This is a revised transcript of the Chorus One latest Q&A session with Dean Tribble and Mark Miller that followed Chorus One podcast episode on the Agoric platform.
Welcome Dean! Why don’t you start with giving us some background about you and Agoric?
Dean: Thank you for having me. I’ve been working on smart contract technology since I helped with the first production one in 1989 :) Agoric was founded last year. Our Chief Scientist, Mark Miller, inspired lots of blockchain and distributed systems work with his Agoric Open Systems papers (in 1988). As you can imagine, that’s where we got our name from. That was really the first clear vision of software components creating and participating in markets.
So you have started to work with Mark straight after reading these papers? Or was your first production smart contract unrelated?
Dean: Mark and I worked together at Xerox PARC before that, starting around 1986. That was work on secure distributed programming lgnauges and operating systems. So we were indeed working together at Xanadu (one of the origins of Hypertect before the Web), and our sister company, American Information Exchange (AMIX) was starting a business that was basically an online, hosted smart contract. I helped with a big part of their smart contract design.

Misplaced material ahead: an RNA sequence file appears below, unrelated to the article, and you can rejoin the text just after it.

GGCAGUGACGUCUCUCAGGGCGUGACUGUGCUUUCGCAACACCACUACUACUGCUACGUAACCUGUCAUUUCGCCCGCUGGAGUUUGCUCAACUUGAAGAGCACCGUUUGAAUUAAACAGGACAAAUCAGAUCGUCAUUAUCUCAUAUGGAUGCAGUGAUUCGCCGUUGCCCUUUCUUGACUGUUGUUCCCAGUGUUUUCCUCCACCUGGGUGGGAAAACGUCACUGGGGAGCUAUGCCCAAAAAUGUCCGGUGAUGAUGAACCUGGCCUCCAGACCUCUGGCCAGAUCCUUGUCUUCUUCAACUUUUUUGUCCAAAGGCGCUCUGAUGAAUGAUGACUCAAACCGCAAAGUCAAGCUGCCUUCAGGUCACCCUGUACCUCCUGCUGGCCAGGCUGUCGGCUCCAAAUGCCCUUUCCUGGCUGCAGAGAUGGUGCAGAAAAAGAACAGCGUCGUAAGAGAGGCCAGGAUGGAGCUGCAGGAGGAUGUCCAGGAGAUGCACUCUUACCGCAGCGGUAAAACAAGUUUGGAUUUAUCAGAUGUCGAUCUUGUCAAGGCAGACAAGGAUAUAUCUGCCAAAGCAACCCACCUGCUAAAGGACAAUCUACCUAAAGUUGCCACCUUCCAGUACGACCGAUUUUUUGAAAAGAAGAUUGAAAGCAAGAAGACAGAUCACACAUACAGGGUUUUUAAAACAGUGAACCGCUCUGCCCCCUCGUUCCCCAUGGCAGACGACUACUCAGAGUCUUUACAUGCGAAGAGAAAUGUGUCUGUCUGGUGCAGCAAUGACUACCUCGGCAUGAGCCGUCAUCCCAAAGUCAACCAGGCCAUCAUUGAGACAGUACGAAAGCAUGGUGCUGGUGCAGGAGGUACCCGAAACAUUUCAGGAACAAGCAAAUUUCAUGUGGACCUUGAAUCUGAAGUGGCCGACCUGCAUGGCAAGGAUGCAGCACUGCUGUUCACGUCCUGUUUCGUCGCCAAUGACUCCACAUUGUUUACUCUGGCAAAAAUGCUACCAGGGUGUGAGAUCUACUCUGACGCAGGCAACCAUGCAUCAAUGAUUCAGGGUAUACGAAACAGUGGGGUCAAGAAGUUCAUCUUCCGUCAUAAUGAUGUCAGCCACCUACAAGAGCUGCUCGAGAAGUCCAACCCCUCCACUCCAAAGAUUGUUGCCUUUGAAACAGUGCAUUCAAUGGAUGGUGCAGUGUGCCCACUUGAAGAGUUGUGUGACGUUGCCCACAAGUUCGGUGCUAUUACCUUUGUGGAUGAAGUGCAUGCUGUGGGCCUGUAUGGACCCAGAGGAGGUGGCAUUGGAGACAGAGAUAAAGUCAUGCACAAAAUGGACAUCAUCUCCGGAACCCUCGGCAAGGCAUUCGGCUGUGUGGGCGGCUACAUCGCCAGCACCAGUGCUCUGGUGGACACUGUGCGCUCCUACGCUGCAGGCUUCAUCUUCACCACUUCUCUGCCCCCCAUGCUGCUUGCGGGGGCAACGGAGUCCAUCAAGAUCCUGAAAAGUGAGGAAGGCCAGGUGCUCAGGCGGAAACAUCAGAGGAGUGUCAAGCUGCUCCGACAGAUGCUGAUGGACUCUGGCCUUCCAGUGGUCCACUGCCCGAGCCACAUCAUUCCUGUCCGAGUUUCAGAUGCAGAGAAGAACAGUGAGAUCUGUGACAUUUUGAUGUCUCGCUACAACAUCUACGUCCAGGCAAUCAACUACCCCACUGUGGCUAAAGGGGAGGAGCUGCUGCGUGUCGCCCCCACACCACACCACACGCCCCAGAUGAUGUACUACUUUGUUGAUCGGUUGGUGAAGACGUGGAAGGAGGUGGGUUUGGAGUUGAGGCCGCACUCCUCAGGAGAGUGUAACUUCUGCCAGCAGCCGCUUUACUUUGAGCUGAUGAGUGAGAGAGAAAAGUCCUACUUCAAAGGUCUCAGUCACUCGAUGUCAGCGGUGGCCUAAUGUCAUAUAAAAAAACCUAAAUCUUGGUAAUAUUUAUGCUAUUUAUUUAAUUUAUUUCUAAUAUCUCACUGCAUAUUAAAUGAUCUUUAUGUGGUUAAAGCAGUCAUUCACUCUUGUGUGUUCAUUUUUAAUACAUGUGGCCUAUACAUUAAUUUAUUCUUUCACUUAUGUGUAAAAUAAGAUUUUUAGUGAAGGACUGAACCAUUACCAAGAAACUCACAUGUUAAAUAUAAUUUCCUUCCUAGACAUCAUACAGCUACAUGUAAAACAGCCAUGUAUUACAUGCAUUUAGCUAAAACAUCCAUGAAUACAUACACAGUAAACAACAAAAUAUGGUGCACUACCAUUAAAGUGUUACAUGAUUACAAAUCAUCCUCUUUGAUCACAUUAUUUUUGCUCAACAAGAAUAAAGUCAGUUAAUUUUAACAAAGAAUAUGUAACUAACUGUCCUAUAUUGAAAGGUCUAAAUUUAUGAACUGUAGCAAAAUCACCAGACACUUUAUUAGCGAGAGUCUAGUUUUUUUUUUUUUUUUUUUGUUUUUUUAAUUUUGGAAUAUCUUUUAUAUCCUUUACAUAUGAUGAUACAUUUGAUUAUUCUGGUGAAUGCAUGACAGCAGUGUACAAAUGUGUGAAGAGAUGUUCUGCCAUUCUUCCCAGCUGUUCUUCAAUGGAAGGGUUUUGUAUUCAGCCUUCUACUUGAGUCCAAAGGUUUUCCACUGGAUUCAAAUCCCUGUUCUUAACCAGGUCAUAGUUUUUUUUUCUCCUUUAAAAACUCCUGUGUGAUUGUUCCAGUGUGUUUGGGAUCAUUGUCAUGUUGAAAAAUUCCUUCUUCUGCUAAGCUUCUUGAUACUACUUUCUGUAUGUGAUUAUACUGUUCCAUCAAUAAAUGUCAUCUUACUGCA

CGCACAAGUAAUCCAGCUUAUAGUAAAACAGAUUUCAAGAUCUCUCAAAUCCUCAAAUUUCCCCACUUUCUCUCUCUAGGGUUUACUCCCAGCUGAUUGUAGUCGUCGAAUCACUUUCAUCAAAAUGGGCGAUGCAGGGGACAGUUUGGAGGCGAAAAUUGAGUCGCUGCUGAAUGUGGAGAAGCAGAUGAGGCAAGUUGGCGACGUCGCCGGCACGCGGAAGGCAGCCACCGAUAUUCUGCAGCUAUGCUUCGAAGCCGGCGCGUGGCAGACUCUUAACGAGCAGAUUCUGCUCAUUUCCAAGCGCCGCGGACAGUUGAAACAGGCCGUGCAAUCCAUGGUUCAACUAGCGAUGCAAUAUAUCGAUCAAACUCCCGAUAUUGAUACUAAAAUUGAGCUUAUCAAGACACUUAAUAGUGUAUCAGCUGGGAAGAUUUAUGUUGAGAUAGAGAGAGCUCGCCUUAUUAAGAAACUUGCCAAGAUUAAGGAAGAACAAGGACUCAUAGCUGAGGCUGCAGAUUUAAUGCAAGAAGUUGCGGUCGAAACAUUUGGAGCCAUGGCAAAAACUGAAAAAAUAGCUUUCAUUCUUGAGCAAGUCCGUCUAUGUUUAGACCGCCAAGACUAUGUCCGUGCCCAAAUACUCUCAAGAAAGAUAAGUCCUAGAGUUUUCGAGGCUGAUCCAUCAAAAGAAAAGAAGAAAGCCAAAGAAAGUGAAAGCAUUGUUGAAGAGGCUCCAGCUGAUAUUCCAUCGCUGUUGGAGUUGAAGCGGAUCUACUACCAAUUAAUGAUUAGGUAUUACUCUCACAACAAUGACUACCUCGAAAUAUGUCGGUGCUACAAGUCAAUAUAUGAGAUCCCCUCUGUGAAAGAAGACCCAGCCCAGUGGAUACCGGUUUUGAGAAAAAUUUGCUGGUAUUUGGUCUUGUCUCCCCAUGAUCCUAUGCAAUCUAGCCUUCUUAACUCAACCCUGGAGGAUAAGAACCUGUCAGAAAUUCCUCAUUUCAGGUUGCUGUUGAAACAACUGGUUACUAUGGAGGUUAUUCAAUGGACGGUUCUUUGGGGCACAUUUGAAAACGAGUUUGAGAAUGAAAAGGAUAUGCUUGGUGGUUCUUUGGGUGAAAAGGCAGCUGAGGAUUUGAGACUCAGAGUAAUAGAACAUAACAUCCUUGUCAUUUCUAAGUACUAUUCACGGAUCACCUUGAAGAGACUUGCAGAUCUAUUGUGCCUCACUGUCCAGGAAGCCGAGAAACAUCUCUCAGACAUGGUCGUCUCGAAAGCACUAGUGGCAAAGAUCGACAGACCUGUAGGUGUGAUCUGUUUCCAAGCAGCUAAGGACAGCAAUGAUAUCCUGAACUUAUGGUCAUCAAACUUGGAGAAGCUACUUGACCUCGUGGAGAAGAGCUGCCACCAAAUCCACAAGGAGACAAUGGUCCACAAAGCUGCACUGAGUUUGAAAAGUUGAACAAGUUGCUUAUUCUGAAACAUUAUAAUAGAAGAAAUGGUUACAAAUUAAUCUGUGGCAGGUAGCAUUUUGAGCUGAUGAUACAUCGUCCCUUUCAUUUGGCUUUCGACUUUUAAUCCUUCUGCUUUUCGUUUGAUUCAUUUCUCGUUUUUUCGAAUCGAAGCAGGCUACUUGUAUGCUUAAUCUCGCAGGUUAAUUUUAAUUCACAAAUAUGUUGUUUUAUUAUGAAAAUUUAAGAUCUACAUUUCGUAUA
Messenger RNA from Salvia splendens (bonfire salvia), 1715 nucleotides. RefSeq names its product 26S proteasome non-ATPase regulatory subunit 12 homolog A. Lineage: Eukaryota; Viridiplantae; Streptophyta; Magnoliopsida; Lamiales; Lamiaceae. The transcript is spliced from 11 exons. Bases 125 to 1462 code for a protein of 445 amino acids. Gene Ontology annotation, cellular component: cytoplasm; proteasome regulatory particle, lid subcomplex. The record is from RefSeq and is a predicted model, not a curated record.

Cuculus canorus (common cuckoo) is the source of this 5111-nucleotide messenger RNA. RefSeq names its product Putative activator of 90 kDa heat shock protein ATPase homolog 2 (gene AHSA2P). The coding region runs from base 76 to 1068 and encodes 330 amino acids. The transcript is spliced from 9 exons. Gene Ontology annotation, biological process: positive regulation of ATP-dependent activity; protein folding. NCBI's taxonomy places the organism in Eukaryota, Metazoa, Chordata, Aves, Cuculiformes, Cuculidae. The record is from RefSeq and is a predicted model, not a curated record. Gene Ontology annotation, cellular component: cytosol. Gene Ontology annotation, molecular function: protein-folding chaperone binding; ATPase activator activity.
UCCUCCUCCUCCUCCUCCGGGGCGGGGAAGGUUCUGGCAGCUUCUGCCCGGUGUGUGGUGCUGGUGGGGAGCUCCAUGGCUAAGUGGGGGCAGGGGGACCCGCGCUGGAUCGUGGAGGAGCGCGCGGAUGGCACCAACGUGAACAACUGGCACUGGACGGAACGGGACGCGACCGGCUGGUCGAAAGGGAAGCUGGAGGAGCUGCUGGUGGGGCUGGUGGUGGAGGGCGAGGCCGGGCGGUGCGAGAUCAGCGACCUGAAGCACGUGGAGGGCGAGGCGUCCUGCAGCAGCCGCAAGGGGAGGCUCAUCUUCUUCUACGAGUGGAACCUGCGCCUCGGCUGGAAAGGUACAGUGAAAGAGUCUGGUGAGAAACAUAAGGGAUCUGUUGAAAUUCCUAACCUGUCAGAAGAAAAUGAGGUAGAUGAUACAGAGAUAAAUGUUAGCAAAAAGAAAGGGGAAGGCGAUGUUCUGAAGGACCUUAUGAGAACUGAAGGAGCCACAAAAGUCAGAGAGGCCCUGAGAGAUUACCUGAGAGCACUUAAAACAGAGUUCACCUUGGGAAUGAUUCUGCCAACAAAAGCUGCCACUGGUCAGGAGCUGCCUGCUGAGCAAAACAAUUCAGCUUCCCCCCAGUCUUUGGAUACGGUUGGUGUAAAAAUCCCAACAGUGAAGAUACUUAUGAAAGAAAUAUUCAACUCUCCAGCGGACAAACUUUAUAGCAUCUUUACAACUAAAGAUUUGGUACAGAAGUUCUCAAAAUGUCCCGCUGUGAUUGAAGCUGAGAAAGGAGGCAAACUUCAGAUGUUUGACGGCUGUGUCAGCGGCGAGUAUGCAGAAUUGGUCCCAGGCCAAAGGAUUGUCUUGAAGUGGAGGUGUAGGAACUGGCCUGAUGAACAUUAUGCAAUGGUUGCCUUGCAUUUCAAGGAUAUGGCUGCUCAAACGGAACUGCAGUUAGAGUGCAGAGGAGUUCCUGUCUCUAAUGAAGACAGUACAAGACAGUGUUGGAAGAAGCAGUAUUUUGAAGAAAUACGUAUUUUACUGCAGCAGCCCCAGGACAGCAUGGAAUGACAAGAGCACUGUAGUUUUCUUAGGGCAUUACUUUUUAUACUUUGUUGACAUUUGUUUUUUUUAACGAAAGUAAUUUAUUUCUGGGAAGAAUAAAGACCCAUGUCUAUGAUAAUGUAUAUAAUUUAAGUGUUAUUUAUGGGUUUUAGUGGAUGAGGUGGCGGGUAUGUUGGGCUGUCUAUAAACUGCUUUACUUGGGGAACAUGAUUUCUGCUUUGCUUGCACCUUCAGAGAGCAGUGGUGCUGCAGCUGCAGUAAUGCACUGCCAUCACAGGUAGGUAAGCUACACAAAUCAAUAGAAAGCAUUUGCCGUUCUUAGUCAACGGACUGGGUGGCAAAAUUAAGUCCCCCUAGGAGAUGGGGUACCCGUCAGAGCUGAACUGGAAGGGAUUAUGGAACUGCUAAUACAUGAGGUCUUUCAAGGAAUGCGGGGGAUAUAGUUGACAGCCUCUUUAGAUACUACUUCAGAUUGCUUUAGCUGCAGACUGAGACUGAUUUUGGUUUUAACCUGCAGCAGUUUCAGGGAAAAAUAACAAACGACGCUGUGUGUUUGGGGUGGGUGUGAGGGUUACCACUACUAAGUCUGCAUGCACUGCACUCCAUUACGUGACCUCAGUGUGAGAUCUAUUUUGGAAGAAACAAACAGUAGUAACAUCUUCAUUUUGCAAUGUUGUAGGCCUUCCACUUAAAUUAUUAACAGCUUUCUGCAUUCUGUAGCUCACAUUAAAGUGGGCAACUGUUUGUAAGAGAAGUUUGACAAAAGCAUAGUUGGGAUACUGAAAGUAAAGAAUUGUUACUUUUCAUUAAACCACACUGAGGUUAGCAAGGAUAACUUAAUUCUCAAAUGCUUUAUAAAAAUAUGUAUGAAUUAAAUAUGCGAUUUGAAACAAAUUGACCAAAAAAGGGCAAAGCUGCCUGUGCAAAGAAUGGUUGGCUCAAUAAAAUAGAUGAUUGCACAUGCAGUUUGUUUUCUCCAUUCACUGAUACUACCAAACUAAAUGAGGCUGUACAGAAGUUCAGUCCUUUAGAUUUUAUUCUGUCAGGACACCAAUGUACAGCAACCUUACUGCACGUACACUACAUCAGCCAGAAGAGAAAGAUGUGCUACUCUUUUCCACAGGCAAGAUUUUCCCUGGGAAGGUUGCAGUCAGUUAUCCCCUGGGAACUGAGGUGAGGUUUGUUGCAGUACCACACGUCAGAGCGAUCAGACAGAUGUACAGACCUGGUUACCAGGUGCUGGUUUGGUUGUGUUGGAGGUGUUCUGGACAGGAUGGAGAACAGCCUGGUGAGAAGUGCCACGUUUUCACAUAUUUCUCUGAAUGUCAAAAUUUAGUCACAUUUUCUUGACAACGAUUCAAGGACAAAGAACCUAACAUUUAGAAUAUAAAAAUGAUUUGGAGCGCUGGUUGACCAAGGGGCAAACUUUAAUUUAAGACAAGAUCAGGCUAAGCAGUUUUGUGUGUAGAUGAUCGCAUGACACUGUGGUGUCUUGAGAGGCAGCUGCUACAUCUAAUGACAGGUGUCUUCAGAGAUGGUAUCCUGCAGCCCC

How closely aligned are the smart contracts of the 80s with those of today? What are similarities / differences?
It really combines both smart contracts and blockchains. Our definition of a smart contract: A contract-like arrangement, expressed in code, where the behavior of the program enforces the terms of the contract. The AMIX system hosted that on a “trusted 3rd party”. Blockchain eliminates that need, which gives us much better ability to build new kinds of cooperation.
So the contracts are quite closely aligned, though the early focus was using markets to manage compute resources.
Other things are surprisingly the same: we observed at the time that the dominant paradigm of identity-based access control did not well support dynamically the changing “permissions” that smart contracts require. That’s why we helped champion to “object-capability” model.
I think one of the big difference now is how powerful frameworks have shown themselves to be. The websites people build now are amazing. That’s in large part because programmers of diverse skills can create components that other programmers use to build those sites. So that across the millions of developers, only a few need to be experts at for example creating new fancy animation and styling tools, and the others can just leverage them. We need the same thing for Smart Contracts if we are going to get a large and growing online economy. Read more